Green in brief: P&Z says no to tree protection ordinance, WNC turkey harvest hits record high

11 Collier Avenue oak trees
LAST STAND?: The Ravenscroft Reserve Initiative is raising funds to preserve a copse of mature oak trees at 11 Collier Ave., a property currently slated for an affordable housing development. The city’s new tree canopy requirements will work to preserve original tree cover from development. Photo by Inge Durre

Asheville Planning & Zoning Commission recommends denial of tree protection ordinance

Stronger protections for Asheville’s rapidly dwindling urban forest were shot down in a July 1 vote by the city’s Planning & Zoning Commission. In a 6-1 decision, with member Guillermo Rodriguez dissenting, the commission found that the proposal didn’t adequately balance development affordability and density with tree protection.

As outlined by city planner Chris Collins in a presentation to the commission, the new rules would have required all subdivisions, new construction and large expansions to have certain levels of tree canopy coverage. Those requirements, which ranged from 5% for downtown developments to 30% in certain suburban areas, could be met by preserving existing trees, planting new growth or making a “payment-in-lieu” for the city to plant trees elsewhere.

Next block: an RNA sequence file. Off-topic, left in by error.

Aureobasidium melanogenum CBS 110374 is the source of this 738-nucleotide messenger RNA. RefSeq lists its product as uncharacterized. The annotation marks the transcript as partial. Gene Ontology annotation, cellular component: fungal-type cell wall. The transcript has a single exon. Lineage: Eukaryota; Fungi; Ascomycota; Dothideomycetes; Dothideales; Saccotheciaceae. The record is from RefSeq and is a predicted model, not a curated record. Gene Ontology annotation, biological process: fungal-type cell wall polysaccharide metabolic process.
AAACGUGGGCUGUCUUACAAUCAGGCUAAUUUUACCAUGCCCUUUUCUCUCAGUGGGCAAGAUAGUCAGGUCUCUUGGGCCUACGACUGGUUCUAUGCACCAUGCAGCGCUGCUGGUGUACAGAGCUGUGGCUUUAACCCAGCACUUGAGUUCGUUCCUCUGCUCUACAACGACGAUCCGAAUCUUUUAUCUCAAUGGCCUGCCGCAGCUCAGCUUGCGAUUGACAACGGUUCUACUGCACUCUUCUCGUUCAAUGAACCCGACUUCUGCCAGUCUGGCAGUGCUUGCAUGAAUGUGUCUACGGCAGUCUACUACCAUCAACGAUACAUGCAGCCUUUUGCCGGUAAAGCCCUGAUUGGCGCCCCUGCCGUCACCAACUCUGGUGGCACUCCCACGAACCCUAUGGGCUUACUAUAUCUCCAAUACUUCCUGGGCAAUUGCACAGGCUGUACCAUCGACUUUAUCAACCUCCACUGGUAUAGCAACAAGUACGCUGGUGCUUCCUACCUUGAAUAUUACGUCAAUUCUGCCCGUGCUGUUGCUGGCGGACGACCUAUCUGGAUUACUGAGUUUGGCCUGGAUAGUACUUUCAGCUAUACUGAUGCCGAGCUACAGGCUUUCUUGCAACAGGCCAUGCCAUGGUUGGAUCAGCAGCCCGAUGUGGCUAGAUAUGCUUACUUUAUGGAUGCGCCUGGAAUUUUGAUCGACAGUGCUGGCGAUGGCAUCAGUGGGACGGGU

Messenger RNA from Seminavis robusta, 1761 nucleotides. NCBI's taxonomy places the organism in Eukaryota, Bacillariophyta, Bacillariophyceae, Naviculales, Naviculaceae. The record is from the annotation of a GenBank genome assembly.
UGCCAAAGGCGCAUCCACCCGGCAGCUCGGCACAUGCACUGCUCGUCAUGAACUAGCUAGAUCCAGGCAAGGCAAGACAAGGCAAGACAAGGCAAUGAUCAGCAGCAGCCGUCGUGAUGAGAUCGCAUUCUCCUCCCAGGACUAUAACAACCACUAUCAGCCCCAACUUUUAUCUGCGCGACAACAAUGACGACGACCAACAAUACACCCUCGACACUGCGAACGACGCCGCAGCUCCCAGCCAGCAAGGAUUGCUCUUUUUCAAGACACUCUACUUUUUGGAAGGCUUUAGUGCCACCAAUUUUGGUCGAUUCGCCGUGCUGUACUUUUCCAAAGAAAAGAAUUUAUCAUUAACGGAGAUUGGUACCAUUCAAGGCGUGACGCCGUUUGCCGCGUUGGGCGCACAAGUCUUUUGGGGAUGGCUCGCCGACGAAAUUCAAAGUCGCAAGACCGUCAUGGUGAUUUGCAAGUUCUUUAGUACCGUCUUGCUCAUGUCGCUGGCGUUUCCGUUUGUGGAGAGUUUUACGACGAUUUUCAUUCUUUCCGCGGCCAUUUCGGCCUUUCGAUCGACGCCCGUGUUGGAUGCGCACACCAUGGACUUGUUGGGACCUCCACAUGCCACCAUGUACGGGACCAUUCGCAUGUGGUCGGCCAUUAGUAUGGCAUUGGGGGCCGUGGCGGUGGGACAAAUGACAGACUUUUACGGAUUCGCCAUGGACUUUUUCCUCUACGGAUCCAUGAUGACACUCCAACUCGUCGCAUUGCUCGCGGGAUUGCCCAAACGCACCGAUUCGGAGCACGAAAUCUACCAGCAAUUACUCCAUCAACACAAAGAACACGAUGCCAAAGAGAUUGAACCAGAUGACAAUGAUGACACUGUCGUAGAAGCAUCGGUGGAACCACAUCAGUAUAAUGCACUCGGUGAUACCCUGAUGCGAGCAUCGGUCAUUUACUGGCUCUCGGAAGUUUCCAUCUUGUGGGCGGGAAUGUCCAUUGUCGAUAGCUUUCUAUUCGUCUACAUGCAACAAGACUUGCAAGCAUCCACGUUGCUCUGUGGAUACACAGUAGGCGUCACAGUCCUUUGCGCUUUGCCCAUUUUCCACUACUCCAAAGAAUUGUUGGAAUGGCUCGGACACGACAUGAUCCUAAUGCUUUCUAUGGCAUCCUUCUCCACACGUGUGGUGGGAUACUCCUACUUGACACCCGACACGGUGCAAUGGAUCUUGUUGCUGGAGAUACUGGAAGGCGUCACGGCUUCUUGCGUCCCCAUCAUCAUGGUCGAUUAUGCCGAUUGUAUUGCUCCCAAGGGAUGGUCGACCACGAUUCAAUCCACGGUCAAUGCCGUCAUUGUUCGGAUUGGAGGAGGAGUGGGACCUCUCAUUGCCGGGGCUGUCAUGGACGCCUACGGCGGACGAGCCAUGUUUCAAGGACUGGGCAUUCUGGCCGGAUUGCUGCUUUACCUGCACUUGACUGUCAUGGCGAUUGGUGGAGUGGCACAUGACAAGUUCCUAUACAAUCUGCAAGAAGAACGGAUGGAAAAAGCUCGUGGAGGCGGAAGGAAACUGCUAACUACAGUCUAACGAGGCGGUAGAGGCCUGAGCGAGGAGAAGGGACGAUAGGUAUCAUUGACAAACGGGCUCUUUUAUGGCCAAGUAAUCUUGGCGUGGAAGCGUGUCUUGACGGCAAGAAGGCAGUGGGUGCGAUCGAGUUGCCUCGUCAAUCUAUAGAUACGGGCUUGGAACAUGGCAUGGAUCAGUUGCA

Commission Chair Laura Hudson argued that the rules placed too much emphasis on tree protection and could become an untenable burden for developers. “If you jam too many requirements onto one small parcel, I think you’re going to kill the development altogether,” she said. “Not that we want great big developments without trees — I’m just saying we want quality developments.”

But Sharon Sumrall, a member of the city’s Urban Forestry Commission who helped develop the proposal, said strong moves were needed in light of what she called an “alarming” NASA study about tree canopy loss and urban heat islands in Asheville. Released in fall 2019, that research found many of the city’s poorer areas to have less tree cover than wealthier neighborhoods, making them more vulnerable to extreme heat and the resulting health impacts.

“It comes to a philosophical point of, ‘What do you want your downtown and your city to look like?’” Sumrall said. “At affordable housing, we should also have trees.”

Because the commission’s vote is only advisory, Asheville City Council will have the final say on whether to approve the new rules. Collins said Council is expected to take up the issue in August.

State climate report flags increased WNC landslide, wildfire risks

One crisis doesn’t stop just because another starts.